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AIDS Researcher Named Scientist of the Year

Posted on | May 27, 2011 | Comments Off

Cecilia Shikuma headshot

AIDS clinical researcher Cecilia Shikuma, professor and director of the Pacific Center for AIDS Research at Mānoa’s John A. Burns School of Medicine, was named the 2011 Scientist of the Year by the Achievement Rewards for College Scientists Honolulu Chapter. Shikuma’s research interests include optimization of HIV antiretroviral management and care, metabolic and mitochondrial toxicities associated with HIV and its therapies and in the neurologic complications of HIV.

HIV continues to surprise the medical community, Shikuma says. “People with HIV are suffering higher rates of heart disease, liver failure and cancer.” She has established collaborations with Thailand and Vietnam to identify and treat HIV in Asia and the Pacific and publishes extensively on related topics, most recently “Epidemiology, Seasonality and Predictors of Outcome of AIDS-Associated Penicillium marneffei Infection in Ho Chi Minh City, Viet Nam” in the April 2011 Clinical Infectious Diseases.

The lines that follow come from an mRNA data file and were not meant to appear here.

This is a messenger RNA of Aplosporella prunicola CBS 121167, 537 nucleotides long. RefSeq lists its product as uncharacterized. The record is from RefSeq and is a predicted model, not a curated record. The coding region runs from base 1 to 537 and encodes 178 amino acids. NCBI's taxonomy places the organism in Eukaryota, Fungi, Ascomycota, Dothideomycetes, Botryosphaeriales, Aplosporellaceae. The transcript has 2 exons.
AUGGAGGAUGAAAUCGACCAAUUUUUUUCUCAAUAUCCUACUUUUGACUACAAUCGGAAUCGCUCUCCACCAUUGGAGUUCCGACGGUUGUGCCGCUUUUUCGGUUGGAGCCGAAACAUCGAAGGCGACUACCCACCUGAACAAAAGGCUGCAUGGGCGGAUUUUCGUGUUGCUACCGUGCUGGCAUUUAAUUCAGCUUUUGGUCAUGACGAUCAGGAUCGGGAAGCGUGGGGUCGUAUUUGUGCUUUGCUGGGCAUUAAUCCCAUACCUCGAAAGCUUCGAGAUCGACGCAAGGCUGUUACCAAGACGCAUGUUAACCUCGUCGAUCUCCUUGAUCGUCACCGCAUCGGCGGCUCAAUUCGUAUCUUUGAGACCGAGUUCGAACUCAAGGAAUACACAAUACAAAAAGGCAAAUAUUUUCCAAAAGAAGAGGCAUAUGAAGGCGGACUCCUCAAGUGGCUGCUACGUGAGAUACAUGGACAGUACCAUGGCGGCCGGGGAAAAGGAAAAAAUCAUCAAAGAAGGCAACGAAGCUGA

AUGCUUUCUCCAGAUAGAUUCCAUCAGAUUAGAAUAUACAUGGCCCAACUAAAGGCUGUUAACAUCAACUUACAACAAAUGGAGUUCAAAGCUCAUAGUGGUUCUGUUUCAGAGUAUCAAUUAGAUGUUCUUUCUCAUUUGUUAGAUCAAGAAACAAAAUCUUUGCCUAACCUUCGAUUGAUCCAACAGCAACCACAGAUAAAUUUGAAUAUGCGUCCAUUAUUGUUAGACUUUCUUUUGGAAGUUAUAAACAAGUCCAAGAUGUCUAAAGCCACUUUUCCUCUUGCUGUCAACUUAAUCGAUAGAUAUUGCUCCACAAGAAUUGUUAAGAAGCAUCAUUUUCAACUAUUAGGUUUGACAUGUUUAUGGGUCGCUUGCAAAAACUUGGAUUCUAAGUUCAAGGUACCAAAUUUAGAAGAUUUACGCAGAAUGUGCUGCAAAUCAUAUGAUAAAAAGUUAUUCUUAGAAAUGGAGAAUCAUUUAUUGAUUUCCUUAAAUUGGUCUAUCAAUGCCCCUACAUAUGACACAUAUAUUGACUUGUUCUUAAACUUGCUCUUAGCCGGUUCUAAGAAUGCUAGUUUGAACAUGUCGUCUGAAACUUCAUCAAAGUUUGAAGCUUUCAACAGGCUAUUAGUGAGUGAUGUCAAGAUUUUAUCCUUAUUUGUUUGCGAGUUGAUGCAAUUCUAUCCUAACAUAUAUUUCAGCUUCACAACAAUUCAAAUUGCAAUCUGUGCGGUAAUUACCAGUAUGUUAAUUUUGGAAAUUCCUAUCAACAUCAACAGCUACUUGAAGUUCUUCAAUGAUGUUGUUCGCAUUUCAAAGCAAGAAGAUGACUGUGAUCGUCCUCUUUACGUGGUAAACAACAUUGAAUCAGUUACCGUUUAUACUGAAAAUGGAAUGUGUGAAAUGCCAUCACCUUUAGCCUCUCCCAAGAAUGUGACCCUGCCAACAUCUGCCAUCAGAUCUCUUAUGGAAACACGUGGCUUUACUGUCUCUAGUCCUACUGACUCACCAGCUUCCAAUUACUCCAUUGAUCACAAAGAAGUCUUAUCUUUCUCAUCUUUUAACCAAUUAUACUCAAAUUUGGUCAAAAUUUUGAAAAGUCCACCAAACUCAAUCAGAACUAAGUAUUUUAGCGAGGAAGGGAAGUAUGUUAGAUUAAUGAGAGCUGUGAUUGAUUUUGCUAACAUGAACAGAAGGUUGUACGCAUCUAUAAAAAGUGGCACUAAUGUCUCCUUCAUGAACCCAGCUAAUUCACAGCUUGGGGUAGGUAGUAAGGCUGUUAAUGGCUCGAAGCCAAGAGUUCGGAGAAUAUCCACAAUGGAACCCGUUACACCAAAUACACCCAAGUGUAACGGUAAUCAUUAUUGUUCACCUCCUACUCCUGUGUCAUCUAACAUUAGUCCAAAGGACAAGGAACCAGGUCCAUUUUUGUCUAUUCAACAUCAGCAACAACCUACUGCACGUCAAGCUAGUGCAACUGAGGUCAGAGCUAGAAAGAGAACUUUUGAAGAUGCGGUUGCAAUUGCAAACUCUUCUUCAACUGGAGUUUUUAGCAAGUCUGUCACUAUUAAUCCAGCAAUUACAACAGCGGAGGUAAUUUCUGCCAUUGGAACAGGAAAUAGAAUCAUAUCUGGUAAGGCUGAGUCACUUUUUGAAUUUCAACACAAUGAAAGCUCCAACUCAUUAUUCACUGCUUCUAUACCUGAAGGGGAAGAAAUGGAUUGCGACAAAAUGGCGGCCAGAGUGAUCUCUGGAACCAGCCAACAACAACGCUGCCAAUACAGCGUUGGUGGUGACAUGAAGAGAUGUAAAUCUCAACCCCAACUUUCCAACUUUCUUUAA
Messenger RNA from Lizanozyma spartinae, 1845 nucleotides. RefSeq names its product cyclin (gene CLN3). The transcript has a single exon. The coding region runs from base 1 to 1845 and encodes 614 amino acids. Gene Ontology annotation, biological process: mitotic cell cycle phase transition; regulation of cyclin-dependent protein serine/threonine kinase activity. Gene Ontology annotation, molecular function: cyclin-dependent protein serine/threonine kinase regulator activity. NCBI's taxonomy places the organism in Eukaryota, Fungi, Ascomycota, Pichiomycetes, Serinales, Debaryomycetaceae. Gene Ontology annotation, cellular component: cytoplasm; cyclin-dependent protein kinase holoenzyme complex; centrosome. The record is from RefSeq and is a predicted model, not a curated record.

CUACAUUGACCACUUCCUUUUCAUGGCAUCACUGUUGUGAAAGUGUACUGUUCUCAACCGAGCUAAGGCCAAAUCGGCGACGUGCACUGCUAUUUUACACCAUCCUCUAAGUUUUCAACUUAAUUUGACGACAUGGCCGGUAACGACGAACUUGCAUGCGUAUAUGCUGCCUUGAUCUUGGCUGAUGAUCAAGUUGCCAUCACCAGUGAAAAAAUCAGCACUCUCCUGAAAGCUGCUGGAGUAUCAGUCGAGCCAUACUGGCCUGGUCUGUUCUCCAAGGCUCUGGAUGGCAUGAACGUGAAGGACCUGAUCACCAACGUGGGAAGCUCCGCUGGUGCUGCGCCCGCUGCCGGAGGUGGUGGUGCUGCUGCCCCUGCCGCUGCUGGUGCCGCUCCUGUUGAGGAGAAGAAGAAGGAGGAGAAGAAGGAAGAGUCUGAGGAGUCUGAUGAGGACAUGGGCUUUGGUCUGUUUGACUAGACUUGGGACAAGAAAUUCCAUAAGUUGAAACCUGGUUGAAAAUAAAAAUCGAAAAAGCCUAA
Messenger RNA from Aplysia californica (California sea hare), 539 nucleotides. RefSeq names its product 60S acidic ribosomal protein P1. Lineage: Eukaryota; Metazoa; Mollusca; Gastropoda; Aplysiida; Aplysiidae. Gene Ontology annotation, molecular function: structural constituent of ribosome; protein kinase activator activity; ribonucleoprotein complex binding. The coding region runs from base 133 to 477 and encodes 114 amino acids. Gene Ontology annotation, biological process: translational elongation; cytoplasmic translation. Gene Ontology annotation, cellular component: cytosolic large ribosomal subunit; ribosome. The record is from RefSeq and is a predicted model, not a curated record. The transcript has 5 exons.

“My undergraduate degree in biology is from UH, so this institution is very close to my heart,” she told fellow ARCS honorees and guests at the organization’s annual banquet. “This has been very exciting for me,” she adds, noting the basic science research by young scholars that contributes to pharmaceutical development tested in clinical trials such as the ones she runs.

Read the news release.

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